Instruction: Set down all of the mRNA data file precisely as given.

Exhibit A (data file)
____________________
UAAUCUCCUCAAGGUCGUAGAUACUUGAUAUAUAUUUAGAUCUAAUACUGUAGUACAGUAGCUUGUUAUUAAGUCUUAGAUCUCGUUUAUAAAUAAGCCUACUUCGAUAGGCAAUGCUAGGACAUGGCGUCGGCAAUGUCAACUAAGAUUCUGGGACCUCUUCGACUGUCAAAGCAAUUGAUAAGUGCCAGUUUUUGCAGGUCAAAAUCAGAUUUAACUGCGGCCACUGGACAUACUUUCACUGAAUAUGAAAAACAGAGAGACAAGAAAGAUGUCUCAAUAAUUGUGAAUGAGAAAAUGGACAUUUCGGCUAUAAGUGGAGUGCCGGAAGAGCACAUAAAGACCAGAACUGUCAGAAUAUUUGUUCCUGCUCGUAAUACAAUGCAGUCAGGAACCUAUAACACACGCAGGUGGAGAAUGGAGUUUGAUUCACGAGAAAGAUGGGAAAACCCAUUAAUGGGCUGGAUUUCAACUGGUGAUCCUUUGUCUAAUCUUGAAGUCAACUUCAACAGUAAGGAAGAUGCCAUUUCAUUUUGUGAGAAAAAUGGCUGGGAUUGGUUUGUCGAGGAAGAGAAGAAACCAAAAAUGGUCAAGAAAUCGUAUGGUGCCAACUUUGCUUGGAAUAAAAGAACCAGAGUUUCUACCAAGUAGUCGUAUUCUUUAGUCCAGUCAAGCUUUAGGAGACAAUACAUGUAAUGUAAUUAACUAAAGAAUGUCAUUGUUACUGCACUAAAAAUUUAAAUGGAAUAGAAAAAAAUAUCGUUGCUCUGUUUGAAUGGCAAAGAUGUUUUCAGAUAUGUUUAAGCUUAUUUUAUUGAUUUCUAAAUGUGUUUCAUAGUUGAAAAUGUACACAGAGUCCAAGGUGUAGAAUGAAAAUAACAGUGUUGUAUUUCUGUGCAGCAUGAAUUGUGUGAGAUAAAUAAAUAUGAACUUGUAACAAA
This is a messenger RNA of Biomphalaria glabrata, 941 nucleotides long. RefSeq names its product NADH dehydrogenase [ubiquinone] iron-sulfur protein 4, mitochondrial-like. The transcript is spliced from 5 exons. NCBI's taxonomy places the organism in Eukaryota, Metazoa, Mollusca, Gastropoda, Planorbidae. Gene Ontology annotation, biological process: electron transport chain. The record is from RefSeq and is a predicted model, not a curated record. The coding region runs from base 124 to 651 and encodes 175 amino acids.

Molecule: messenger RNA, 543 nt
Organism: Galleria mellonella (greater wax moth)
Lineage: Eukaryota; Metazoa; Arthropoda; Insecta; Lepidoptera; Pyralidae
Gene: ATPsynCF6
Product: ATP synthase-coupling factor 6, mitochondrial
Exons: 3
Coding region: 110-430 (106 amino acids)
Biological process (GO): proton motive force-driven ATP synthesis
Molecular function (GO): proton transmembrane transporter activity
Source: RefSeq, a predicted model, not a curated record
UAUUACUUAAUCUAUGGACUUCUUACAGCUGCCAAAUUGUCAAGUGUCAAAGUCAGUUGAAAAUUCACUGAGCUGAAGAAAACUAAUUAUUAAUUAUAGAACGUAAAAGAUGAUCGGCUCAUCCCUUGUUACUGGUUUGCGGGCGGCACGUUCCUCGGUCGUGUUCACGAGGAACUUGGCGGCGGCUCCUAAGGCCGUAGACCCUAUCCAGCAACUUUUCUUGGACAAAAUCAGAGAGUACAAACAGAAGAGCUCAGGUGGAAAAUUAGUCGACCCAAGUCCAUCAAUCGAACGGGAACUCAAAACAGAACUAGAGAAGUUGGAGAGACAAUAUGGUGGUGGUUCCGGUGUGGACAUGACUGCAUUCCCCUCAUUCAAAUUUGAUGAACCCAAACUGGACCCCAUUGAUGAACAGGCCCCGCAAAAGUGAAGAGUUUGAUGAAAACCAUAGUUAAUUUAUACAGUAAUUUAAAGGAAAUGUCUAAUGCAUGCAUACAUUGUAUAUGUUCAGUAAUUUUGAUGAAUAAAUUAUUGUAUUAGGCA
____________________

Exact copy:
UAAUCUCCUCAAGGUCGUAGAUACUUGAUAUAUAUUUAGAUCUAAUACUGUAGUACAGUAGCUUGUUAUUAAGUCUUAGAUCUCGUUUAUAAAUAAGCCUACUUCGAUAGGCAAUGCUAGGACAUGGCGUCGGCAAUGUCAACUAAGAUUCUGGGACCUCUUCGACUGUCAAAGCAAUUGAUAAGUGCCAGUUUUUGCAGGUCAAAAUCAGAUUUAACUGCGGCCACUGGACAUACUUUCACUGAAUAUGAAAAACAGAGAGACAAGAAAGAUGUCUCAAUAAUUGUGAAUGAGAAAAUGGACAUUUCGGCUAUAAGUGGAGUGCCGGAAGAGCACAUAAAGACCAGAACUGUCAGAAUAUUUGUUCCUGCUCGUAAUACAAUGCAGUCAGGAACCUAUAACACACGCAGGUGGAGAAUGGAGUUUGAUUCACGAGAAAGAUGGGAAAACCCAUUAAUGGGCUGGAUUUCAACUGGUGAUCCUUUGUCUAAUCUUGAAGUCAACUUCAACAGUAAGGAAGAUGCCAUUUCAUUUUGUGAGAAAAAUGGCUGGGAUUGGUUUGUCGAGGAAGAGAAGAAACCAAAAAUGGUCAAGAAAUCGUAUGGUGCCAACUUUGCUUGGAAUAAAAGAACCAGAGUUUCUACCAAGUAGUCGUAUUCUUUAGUCCAGUCAAGCUUUAGGAGACAAUACAUGUAAUGUAAUUAACUAAAGAAUGUCAUUGUUACUGCACUAAAAAUUUAAAUGGAAUAGAAAAAAAUAUCGUUGCUCUGUUUGAAUGGCAAAGAUGUUUUCAGAUAUGUUUAAGCUUAUUUUAUUGAUUUCUAAAUGUGUUUCAUAGUUGAAAAUGUACACAGAGUCCAAGGUGUAGAAUGAAAAUAACAGUGUUGUAUUUCUGUGCAGCAUGAAUUGUGUGAGAUAAAUAAAUAUGAACUUGUAACAAA
This is a messenger RNA of Biomphalaria glabrata, 941 nucleotides long. RefSeq names its product NADH dehydrogenase [ubiquinone] iron-sulfur protein 4, mitochondrial-like. The transcript is spliced from 5 exons. NCBI's taxonomy places the organism in Eukaryota, Metazoa, Mollusca, Gastropoda, Planorbidae. Gene Ontology annotation, biological process: electron transport chain. The record is from RefSeq and is a predicted model, not a curated record. The coding region runs from base 124 to 651 and encodes 175 amino acids.

Molecule: messenger RNA, 543 nt
Organism: Galleria mellonella (greater wax moth)
Lineage: Eukaryota; Metazoa; Arthropoda; Insecta; Lepidoptera; Pyralidae
Gene: ATPsynCF6
Product: ATP synthase-coupling factor 6, mitochondrial
Exons: 3
Coding region: 110-430 (106 amino acids)
Biological process (GO): proton motive force-driven ATP synthesis
Molecular function (GO): proton transmembrane transporter activity
Source: RefSeq, a predicted model, not a curated record
UAUUACUUAAUCUAUGGACUUCUUACAGCUGCCAAAUUGUCAAGUGUCAAAGUCAGUUGAAAAUUCACUGAGCUGAAGAAAACUAAUUAUUAAUUAUAGAACGUAAAAGAUGAUCGGCUCAUCCCUUGUUACUGGUUUGCGGGCGGCACGUUCCUCGGUCGUGUUCACGAGGAACUUGGCGGCGGCUCCUAAGGCCGUAGACCCUAUCCAGCAACUUUUCUUGGACAAAAUCAGAGAGUACAAACAGAAGAGCUCAGGUGGAAAAUUAGUCGACCCAAGUCCAUCAAUCGAACGGGAACUCAAAACAGAACUAGAGAAGUUGGAGAGACAAUAUGGUGGUGGUUCCGGUGUGGACAUGACUGCAUUCCCCUCAUUCAAAUUUGAUGAACCCAAACUGGACCCCAUUGAUGAACAGGCCCCGCAAAAGUGAAGAGUUUGAUGAAAACCAUAGUUAAUUUAUACAGUAAUUUAAAGGAAAUGUCUAAUGCAUGCAUACAUUGUAUAUGUUCAGUAAUUUUGAUGAAUAAAUUAUUGUAUUAGGCA